Harrison: We walked into Liberty Pole Spirits with open minds but amateur palates. Delaney Parks and I, interns here at the Union Progress, are both 21 with very limited whiskey-drinking experience. But the opening of a new campus for a Washington, Pa., distillery was a great opportunity to learn about the history and expand our range a little.
We made the 40-minute drive from Pittsburgh out to Washington, where Liberty Pole was holding an exclusive sneak-peek media preview of its new campus before the grand opening this past Saturday. It held tours and offered complimentary beverages.
Here’s our report on the campus, its unique brand of spirits and our experience testing out some drinks.
Delaney: Entering through the bright red doors of the Liberty Pole Meetinghouse as whiskey novices, we were uncertain exactly what to expect. As we took in our surroundings — from the old-fashioned lanterns to a bartender twisting an orange peel to garnish an old fashioned — we were met with warm welcomes from the staff, who were eager to help us along our whiskey journey.
A local history lesson
Harrison: As part of our crash course, we get a history lesson from proprietor Jim Hough. You can’t open a whiskey distillery in Western Pennsylvania without embracing the wild history — and you have to hold a little bit of a grudge against Alexander Hamilton.
Residents in the 1790s enjoyed whiskey for a variety of reasons, Hough says. It made them feel better when they were sick. In a time with few other luxuries, it helped them relax. Fruit juice was added to make the taste more palatable to children. (It was interesting to see that my pineapple-flavored cocktail has roots somewhere.)
Distilling whiskey had a practical purpose back then, too. The process ensured that rye leftovers lasted forever rather than growing moldy. Western Pennsylvanian farmers became the leading producers of rye whiskey.
Those farmers were up in arms in 1791 when the newly formed United States instituted taxes on all distilled spirits. Hamilton, who came up with the idea as President George Washington’s treasury secretary, hoped to ease the country’s considerable Revolutionary War debt.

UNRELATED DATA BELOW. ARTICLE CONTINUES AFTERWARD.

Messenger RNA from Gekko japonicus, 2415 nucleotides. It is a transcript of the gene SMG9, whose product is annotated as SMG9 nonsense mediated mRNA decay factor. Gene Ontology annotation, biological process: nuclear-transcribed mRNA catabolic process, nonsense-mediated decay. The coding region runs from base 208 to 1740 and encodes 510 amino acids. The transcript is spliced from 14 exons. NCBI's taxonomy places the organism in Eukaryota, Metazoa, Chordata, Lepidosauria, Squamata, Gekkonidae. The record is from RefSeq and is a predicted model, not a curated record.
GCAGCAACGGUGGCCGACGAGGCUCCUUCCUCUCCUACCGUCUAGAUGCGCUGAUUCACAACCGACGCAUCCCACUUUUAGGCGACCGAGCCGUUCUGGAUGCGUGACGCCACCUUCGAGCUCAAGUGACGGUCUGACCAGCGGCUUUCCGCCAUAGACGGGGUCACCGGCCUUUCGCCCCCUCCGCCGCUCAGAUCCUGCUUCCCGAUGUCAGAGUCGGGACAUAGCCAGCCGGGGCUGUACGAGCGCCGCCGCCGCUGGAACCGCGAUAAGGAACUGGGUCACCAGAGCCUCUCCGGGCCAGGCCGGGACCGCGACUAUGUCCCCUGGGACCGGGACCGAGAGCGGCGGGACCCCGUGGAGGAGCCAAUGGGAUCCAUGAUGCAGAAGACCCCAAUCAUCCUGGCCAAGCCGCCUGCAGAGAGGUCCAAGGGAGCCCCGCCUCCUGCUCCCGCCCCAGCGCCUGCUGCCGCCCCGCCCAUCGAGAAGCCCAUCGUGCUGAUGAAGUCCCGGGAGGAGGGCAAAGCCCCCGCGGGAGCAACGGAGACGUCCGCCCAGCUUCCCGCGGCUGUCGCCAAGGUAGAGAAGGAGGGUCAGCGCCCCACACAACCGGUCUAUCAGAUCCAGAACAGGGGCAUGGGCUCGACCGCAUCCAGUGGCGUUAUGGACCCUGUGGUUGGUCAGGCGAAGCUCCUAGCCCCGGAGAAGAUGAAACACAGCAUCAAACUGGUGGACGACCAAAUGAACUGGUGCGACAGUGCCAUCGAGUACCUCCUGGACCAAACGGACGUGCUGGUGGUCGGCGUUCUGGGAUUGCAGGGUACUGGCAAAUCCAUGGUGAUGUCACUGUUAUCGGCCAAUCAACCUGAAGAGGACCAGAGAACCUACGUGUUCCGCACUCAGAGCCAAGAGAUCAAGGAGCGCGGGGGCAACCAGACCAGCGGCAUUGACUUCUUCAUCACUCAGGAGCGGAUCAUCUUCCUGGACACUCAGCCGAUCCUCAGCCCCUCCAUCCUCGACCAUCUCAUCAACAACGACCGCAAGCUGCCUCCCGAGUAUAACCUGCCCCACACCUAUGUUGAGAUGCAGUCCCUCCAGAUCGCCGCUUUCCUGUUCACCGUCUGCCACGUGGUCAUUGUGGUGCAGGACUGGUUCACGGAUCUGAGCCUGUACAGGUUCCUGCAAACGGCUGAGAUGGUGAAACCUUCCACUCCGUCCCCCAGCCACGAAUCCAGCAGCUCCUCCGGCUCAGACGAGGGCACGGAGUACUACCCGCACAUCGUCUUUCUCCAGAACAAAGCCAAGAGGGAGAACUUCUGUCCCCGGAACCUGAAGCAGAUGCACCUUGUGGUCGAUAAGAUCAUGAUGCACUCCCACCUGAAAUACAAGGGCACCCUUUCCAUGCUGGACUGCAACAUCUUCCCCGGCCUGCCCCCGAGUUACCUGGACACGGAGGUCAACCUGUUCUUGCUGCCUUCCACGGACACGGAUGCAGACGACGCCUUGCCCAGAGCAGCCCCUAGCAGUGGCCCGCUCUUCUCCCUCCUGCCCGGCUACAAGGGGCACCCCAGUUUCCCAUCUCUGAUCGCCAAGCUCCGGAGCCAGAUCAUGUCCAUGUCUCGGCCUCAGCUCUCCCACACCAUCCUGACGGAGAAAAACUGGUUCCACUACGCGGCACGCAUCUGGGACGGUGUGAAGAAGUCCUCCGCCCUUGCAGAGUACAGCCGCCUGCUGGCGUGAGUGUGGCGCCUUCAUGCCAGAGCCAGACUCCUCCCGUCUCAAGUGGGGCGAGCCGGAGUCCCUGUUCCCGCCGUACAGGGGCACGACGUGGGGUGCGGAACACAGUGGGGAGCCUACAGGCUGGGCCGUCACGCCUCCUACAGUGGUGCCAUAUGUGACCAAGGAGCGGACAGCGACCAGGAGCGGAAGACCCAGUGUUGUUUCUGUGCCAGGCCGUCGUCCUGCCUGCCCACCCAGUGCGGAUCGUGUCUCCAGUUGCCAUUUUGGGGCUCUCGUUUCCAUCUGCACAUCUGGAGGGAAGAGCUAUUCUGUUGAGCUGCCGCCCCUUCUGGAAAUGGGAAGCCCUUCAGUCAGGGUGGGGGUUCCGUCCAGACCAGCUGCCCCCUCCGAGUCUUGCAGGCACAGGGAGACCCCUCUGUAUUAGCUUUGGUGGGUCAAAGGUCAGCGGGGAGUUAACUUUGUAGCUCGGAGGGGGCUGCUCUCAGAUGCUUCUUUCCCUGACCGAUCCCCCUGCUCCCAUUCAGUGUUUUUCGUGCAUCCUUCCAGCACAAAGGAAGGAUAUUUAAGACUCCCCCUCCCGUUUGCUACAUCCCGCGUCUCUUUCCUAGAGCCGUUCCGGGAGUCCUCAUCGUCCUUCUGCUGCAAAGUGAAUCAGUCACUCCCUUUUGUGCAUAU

Western Pennsylvanian distillers, some of whom were war veterans with a hatred for any “taxation without representation,” saw the tax as unjust and rose up in what became known as the Whiskey Rebellion. They tarred and feathered tax collectors and eventually forced Washington to muster an army and he put down the uprising. The event put the region’s whiskey makers at the forefront of America’s early history.
Liberty Pole takes its cues from that history. Its name comes from the old liberty poles that farmers would put up to express their displeasure with a particular event.
“Liberty poles were the Twitter of 1794,” Hough says. People would put a scrap of paper on the pole to tell anyone passing by their thoughts on the issues of the day, such as the dreaded Whiskey Tax. Liberty Pole Spirits gives a nod to those same grudges: An upside-down painting of Hamilton hangs over the main seating area next to the bar.
The place overall makes you feel like you could just as easily be sitting in a 1790s tavern, as long as you ignore the flat screen TV. There are old-fashioned chandeliers, multiple fireplaces, and stone walls. There’s wooden furniture and a couple of nicer blue chairs facing a fireplace.
A whiskey distillery having the vibes of George Washington’s America makes a good amount of sense. Whiskey, after all, has the same aftertaste now that it did two centuries ago. People drink it for (mostly) the same reasons now as then. Sipping on a bitter whiskey drink here feels more authentic than your average artificially processed 21st-century product.
Hough says that Liberty Pole prides itself on authenticity. It uses pot distillation, a cumbersome process. It’s how whiskey was distilled for many centuries until column distillation came along, bringing with it more efficiency and automation. For Hough, the tradeoff is worth it.
“[Pot distillation] is way more inefficient. But we think the flavor is far superior.”
In that same vein, Liberty Pole pays considerably more for its grains than national brands such as Jim Beam do. It buys only non-GMO products. It wants its whiskey to taste as close to the way it did in the era of the Whiskey Rebellion as possible.
I have no idea how close the makers came — after all, I can barely taste the difference between, say, rye and bourbon. But the specifics of whiskey tastes is only part of the reason Liberty Pole exists. The setup of the place, the history, the tours — it’s an experience.
All around the campus and into the rickhouse
Delaney: When we start to hear whispers around the meetinghouse that a tour is getting started soon, Harrison and I order our drinks in preparation. He heeds Jim’s earlier advice — that whiskey novices should always start with craft cocktails with juices and syrups, move to Old Fashioneds, then Manhattans, and finally graduate to straight whiskey when they’re ready. I throw that suggestion out the window and ask for a Manhattan, with rye, to show my respect for the facility.